The United States spent 546.8 billion U.S. dollars on its military in 2007, a new high, accounting for 45 percent of the world's total military expenditure for that year, according to figures released by the Stockholm International Peace Research Institute (SIPRI) on Monday.
In 2007, the world's total military expenditure stood at 1,339 billion dollars, up 6 percent from 2006, the SIPRI said in its annual yearbook.
The figure corresponded to 2.5 percent of the world's gross domestic product (GDP) and 202 dollars for each person across the world, it said.
The biggest military spender is the United States, whose military expenditure rose by 6.94 percent in 2007 from a year earlier, higher than the world average. Its military expenditure increased by 59 percent between 2001 and 2007.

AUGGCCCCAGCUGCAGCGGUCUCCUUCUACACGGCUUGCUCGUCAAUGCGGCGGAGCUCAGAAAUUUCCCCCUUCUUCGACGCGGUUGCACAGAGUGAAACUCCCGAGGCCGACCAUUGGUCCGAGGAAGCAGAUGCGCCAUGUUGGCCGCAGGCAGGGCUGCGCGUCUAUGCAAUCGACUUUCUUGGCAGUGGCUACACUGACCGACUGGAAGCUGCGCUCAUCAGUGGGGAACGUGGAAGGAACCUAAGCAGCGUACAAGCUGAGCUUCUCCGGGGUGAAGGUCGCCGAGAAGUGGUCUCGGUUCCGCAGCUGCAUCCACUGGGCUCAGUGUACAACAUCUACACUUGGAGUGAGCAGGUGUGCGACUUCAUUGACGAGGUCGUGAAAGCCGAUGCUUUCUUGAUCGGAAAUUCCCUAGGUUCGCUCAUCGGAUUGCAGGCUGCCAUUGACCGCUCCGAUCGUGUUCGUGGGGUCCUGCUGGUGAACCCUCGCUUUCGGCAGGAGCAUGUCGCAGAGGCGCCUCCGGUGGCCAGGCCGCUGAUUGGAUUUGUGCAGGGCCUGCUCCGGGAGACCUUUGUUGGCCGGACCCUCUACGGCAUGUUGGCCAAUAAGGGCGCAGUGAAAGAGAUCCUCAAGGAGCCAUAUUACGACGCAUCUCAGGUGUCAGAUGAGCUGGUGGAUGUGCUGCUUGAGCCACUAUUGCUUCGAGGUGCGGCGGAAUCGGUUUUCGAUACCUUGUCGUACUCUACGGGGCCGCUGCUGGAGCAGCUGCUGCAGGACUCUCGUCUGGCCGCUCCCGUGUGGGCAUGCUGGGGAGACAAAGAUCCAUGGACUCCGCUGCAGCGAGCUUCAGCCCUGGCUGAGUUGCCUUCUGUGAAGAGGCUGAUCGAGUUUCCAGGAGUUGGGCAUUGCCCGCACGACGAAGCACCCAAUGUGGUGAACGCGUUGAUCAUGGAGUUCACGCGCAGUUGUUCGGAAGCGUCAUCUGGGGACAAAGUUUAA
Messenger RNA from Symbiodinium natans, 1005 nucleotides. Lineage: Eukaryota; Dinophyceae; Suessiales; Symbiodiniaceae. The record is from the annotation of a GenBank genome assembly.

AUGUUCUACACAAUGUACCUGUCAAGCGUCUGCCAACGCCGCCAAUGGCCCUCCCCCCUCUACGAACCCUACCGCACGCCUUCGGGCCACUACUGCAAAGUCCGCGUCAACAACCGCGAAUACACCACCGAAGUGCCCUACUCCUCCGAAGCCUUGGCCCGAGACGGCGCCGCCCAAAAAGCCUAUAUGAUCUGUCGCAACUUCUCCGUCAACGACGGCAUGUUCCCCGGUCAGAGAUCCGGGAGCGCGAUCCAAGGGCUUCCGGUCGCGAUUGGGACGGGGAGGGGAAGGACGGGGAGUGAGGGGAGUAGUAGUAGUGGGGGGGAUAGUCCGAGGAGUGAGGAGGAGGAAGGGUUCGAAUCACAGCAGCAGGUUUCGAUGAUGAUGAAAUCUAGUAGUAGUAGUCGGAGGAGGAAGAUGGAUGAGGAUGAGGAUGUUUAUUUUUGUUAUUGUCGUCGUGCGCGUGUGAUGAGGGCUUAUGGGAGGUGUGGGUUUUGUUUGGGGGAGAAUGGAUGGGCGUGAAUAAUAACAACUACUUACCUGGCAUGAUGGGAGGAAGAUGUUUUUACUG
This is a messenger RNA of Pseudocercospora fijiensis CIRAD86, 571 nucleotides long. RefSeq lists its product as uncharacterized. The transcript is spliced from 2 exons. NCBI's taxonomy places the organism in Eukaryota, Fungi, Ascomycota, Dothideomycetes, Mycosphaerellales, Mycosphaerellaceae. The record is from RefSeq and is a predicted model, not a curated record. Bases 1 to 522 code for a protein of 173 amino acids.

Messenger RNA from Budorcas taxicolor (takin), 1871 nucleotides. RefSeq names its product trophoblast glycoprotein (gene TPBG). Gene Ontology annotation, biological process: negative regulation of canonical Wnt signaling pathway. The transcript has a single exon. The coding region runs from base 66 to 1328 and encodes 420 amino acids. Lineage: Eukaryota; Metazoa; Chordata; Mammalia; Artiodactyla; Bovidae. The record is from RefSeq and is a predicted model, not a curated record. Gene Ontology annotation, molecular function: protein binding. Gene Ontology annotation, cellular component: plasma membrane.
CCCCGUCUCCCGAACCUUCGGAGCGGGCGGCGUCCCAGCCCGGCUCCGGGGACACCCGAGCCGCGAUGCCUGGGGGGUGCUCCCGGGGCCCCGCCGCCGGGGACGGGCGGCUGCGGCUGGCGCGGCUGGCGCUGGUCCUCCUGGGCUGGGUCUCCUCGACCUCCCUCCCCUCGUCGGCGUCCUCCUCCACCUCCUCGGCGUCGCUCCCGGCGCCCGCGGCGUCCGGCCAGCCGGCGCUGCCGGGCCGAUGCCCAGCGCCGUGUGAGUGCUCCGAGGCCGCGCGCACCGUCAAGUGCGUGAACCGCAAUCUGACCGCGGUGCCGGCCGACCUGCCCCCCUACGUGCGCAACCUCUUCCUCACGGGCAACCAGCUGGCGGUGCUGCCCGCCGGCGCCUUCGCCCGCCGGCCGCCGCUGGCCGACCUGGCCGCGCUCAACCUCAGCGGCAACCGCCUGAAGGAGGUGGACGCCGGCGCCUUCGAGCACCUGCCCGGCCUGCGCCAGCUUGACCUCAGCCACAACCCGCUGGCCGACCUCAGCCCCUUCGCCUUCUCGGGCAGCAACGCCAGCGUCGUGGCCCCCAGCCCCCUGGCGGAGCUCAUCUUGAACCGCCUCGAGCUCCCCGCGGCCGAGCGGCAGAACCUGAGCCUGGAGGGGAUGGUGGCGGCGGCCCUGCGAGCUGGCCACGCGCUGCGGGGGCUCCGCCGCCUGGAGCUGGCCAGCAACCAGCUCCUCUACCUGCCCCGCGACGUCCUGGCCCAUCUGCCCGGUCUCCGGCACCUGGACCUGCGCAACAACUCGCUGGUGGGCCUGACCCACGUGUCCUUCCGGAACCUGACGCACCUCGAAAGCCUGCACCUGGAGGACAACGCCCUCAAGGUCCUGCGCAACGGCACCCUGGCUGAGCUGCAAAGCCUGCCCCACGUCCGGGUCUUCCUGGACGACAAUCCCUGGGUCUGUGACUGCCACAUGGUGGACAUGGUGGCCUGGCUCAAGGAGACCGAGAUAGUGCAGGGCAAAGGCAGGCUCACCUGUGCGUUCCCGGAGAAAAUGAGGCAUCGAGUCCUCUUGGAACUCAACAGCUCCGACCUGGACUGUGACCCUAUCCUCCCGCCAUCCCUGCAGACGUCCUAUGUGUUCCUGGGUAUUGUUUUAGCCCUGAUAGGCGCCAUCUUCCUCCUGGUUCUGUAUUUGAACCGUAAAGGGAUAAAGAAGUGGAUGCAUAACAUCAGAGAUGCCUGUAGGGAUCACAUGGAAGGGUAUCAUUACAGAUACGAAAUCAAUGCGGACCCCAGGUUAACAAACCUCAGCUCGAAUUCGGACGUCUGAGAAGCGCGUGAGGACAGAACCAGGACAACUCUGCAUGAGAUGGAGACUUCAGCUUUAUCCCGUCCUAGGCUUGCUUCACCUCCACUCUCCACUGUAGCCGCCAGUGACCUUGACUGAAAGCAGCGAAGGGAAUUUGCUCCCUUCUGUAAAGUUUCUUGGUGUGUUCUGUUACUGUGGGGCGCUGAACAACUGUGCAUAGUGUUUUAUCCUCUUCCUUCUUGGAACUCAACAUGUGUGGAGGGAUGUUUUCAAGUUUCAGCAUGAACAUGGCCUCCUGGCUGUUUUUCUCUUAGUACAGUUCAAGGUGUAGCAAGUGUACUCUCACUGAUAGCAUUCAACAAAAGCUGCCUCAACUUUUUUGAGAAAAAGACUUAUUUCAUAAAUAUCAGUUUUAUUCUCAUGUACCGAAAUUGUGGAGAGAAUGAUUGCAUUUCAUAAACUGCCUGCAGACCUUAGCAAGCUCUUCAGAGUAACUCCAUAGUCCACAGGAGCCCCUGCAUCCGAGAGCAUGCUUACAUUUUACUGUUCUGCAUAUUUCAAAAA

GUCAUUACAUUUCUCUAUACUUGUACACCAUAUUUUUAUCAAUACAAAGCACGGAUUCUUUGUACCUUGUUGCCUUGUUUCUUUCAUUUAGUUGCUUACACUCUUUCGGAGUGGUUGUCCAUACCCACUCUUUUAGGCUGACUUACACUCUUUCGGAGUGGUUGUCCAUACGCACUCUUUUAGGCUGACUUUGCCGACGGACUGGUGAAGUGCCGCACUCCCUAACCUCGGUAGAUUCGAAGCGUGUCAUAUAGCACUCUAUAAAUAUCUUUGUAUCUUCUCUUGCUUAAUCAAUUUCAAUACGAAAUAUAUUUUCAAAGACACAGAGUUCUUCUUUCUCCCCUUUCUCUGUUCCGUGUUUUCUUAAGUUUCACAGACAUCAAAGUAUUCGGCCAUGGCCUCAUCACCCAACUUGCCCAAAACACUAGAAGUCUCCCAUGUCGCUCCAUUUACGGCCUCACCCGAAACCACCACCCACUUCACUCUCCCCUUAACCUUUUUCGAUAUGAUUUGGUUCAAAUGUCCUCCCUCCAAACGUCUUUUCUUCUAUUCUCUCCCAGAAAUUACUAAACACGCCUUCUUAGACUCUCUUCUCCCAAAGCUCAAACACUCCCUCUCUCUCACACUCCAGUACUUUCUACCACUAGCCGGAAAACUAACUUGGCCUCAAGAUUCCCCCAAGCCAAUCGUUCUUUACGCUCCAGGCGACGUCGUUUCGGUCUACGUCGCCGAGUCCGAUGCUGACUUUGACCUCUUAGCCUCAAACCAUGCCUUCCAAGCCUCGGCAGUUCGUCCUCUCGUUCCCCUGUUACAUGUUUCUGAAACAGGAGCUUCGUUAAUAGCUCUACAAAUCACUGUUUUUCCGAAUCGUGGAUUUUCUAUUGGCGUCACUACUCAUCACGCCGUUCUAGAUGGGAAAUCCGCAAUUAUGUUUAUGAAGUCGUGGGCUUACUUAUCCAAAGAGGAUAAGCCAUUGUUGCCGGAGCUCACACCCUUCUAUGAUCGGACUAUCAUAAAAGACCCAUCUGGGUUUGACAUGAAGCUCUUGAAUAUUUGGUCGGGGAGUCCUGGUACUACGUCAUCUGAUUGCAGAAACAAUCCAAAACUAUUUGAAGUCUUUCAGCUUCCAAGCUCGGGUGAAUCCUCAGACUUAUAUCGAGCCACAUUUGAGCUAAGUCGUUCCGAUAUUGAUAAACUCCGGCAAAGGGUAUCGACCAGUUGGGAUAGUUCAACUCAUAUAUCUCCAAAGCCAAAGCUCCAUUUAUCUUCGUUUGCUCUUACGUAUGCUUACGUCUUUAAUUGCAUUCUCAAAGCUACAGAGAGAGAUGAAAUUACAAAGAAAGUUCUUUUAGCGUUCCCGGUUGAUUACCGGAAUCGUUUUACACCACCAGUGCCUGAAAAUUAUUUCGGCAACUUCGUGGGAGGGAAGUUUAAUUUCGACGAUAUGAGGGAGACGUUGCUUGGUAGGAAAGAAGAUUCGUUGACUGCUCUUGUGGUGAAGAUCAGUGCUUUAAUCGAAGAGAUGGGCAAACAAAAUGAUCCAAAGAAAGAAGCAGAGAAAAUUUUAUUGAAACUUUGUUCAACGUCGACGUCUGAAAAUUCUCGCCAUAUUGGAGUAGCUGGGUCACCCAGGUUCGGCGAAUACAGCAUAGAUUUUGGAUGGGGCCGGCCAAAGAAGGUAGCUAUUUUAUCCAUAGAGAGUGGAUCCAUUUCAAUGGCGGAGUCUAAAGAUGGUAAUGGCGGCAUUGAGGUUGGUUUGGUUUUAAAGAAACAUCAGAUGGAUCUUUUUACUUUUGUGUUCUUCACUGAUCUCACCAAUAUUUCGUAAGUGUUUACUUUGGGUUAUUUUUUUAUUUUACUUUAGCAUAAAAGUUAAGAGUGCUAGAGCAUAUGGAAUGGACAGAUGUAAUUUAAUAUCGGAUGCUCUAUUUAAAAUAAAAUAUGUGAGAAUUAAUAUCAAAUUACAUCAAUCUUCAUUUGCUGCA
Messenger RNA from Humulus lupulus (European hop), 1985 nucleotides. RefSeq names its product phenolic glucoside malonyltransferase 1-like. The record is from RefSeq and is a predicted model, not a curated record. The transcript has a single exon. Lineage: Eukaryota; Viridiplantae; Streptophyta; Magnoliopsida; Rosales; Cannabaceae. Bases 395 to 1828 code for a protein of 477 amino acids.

Over the 10-year period between 1998 and 2007, the subregion with the highest increase in military expenditure was Eastern Europe, at 162 percent, and it was also the region with the highest increase in 2007, at 15 percent. Russia's military expenditure in 2007 increased by 13 percent from 2006.
Other subregions with 10-year growth rates exceeding 50 percent were North America, the Middle East, South Asia, Africa and East Asia, while the subregions with the lowest growth in military spending during the period were Western Europe and Central America.
Factors driving increases in world military spending included foreign policy objectives, real or perceived threats, armed conflict and policies to contribute to multilateral peacekeeping operations, as well as policies for economic resources, according to the SIPRI.
The SIPRI, established in 1966, is an independent international institute for research into peace and conflict problems.